Detailed project overview
1. Communication and social networks in great tits (Parus major)
This research line focuses on animal communication and social behaviour in songbirds, using great tits (Parus major) as main study organism. We conduct research on animal communication (birdsong), on territorial behaviour, social networks, and animal personality as well as related topics. Our aim is to unravel principles of decision-making in these contexts and to determine social and fitness consequences of behavioural traits and strategies including personality traits. In this context we want to understand why individuals differ in behaviour and how selection acts on such behavioural differences (animal personality research).
The research on personality in great tits is being conducted in close association with Kees van Oers from the Animal Ecology Department at the Netherlands Institute of Ecology (NIOO-KNAW). The project in part builds on a long-term study on nightingales (see below) and many years of experience in acoustic communication and radio-tracking (review in: Naguib et al. 2011). Some recent examples here are studies on male song, territorial behavior, and social networks (Amy et al 2010, Snijders et al 2014, 2015, Naguib et al 2016) and on effects of noise pollution on parental care (Naguib et al. 2013). Within the framework of a two subsequent ALW open competition NWO grants, we study the role of personality in social networks in great tits (Lysanne Snjders, PhD 2016) and how the spatial behavior links to male singing and territorial behavior (PhD student: Nina Bircher). We are determining spatial behaviour and social encounters in descriptive and experimental contexts using state of the art automated tracking techniques (Encounternet) and link these to communication networks. This allows us to unravel personality-dependent differences in spatial and social behaviour in a social and communication network and to determine fitness correlates. PhD student in project: Nina Bircher. Funding: ALW-NWO.
2. Communication and resilience in an unpredictable world
(Zebra finches, Taeniopygia guttata)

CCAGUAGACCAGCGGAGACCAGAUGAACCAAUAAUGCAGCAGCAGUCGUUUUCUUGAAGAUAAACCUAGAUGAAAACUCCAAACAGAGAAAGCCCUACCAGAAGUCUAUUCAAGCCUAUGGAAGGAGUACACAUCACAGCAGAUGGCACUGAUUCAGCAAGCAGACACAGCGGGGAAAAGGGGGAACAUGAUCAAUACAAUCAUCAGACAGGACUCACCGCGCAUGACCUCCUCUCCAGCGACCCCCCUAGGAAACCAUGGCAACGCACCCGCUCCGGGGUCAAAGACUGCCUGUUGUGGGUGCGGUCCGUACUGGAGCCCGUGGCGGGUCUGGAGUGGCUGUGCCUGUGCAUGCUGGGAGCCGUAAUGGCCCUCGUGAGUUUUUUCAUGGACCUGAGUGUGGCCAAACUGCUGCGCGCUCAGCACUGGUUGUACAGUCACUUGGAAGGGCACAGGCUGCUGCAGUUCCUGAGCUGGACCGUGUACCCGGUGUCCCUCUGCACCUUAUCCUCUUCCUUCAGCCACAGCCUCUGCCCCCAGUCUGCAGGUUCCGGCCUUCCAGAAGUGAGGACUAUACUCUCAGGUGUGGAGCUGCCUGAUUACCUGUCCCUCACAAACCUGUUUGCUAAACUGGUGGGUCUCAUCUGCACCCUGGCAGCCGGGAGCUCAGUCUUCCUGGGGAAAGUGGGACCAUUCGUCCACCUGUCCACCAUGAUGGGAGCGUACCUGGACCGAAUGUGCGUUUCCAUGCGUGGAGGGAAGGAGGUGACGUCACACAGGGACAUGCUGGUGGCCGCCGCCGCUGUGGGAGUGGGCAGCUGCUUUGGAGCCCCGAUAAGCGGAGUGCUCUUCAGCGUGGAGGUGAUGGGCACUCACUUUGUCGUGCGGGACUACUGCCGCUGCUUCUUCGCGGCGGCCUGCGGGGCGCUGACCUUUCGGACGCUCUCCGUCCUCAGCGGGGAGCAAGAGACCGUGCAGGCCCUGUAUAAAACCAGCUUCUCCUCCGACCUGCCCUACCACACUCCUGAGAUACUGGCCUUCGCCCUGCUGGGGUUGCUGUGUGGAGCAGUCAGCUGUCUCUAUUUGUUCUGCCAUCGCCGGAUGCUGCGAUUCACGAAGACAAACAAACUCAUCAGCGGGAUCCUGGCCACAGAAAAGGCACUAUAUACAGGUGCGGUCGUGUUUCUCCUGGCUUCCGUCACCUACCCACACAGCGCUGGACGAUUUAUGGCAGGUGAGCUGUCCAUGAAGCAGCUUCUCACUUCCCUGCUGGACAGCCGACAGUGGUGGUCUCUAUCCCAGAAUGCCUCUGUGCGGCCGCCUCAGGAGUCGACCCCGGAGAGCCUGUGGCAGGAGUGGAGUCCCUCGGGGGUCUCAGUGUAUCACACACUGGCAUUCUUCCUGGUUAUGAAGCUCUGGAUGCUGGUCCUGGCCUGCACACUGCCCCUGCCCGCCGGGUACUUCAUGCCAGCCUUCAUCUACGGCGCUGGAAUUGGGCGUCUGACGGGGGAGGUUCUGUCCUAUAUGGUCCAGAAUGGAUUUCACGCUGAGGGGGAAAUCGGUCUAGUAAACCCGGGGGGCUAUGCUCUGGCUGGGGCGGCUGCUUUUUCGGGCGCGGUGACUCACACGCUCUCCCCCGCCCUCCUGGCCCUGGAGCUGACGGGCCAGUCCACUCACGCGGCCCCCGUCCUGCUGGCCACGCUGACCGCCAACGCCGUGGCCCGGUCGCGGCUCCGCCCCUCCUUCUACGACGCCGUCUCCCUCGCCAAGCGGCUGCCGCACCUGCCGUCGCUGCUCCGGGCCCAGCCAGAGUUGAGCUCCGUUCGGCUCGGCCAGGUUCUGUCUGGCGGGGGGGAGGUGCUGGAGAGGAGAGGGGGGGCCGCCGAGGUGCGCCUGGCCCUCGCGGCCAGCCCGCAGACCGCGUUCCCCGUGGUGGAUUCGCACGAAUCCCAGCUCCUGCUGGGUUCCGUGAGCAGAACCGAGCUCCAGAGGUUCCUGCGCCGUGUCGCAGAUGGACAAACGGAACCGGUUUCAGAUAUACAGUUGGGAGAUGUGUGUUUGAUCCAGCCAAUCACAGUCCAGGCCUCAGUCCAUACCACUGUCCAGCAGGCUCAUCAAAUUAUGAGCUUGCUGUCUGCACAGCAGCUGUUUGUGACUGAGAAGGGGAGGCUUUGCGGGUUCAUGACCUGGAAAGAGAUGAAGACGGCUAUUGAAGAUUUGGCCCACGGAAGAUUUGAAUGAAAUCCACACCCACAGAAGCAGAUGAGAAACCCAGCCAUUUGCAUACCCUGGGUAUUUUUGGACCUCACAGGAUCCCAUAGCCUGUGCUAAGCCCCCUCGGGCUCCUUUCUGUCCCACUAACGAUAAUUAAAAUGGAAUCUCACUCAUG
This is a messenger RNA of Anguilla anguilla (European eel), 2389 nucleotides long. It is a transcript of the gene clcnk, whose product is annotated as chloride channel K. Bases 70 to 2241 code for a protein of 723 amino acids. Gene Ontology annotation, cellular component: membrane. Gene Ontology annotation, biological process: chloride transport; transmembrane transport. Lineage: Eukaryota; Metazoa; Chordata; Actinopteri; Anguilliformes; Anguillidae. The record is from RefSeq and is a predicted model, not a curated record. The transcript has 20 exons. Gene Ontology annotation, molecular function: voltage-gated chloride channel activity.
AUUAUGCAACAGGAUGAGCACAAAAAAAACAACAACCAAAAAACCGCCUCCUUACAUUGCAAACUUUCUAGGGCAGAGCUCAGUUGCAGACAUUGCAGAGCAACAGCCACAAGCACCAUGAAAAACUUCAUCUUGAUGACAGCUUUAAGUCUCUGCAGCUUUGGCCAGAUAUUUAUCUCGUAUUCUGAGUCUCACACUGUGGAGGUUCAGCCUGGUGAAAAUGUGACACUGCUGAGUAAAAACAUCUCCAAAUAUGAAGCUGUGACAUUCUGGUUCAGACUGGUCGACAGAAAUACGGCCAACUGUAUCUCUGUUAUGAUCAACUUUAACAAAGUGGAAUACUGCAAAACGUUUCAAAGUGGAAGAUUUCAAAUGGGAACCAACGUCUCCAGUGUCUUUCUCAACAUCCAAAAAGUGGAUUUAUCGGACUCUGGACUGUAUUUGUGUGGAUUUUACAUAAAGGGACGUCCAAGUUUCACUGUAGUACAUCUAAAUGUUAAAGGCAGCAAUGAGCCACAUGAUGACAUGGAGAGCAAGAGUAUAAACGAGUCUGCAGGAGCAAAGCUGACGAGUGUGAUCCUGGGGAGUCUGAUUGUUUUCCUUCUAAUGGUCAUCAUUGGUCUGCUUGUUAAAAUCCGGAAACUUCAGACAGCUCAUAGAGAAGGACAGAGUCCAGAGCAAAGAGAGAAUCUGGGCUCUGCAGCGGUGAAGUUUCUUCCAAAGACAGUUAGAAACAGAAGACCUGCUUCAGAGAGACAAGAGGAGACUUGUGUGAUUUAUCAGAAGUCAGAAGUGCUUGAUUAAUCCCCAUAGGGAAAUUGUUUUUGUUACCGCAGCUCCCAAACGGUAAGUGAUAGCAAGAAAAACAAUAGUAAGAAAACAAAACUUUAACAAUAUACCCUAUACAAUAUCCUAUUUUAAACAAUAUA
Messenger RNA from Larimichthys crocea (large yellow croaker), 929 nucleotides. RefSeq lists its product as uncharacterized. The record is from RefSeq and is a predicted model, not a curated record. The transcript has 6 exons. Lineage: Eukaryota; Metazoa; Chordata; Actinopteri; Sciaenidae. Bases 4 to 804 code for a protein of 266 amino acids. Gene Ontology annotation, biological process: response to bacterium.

In this emerging ecological field research we will study the communication underlying breeding decisions in wild zebra finches who breed under varying and unpredictable conditions. Zebra finches are the best-studied avian model organism in the lab for behavior, mate choice, life history decisions, and the function of male song. Yet, there is very little information about the communication process when making breeding decisions. Based on a recent pilot project at Fowlers Gap Arid Zone research station in Australia, we are currently outlining the next steps.
Cooperating partner: Simon Griffith (Macquarie University, Sydney, AUS)
3. Effects of conditions experienced during early developmental on behavioural traits, life history, and fitness (Zebra finches, Great tits and Poultry)
Here, we use zebra finches (Taeniopygia guttata) (e,g, Naguib et al 2004; Krause an d Naguib 2014, Honarmand et al 2015), great tits (Parus major) (e.g. Naguib et al. 2011) and also poultry (e.g. Krause et al. 2005) to study the effects of developmental stress during different discrete stages in development on a range of behavioural traits, life history and reproductive success, also across several generations. In poultry we focus on effects of the early environment on development of elementary behavioural characteristics (incl. fearfulness and cognition) and behavioural flexibility, traits which are highly relevant in an applied context and in welfare assessment. This project has important implications in both animal welfare and evolutionary ecology in more general terms, since it allows to trace adult behavioural and life history traits to the conditions experienced during early development. The results thus contribute to our general understanding of non-genetic (epigenetic) effects on phenotypic variation within and across generations.
4. Communication networks in nightingales (Luscinia megarhynchos)
The aim of this project is to understand how birds gather information from others’ signals and to determine proximate and ultimate relations between communication, spatial ecology and individual fitness. We here have used nightingales (Luscinia megarhynchos) at a study at the Petite Camargue Alsacienne in France (main field work period from 2000 to 2012) where we study individual traits, such as song rate or song structure and specifically social traits, such as strategies of using songs during vocal interactions, also taking the environmental acoustics into account to understand the evolution of specific signalling strategies (review in Naguib et al 2011). We also study which song traits predict fitness, measured as mating success.
In these studies we emphasize that such communication systems have evolved in networks and with our research we contribute substantially to understanding cognitive abilities in signalling and information gathering. In order to understand the evolution of communication in a broader ecological context we measure the spatial behaviour of males using radio-tracking techniques and by obtaining measures of phenotypic and genetic quality (reproductive success). This long-term project advances considerably our understanding on the connection between communication, social behaviour, and behavioural ecology in passerine birds. The research on nightingales is conducted in close cooperation with Valentin Amrhein at Basel University, Switzerland and head of the research station at our study site in the Petite Camargue Alsacienne, in France.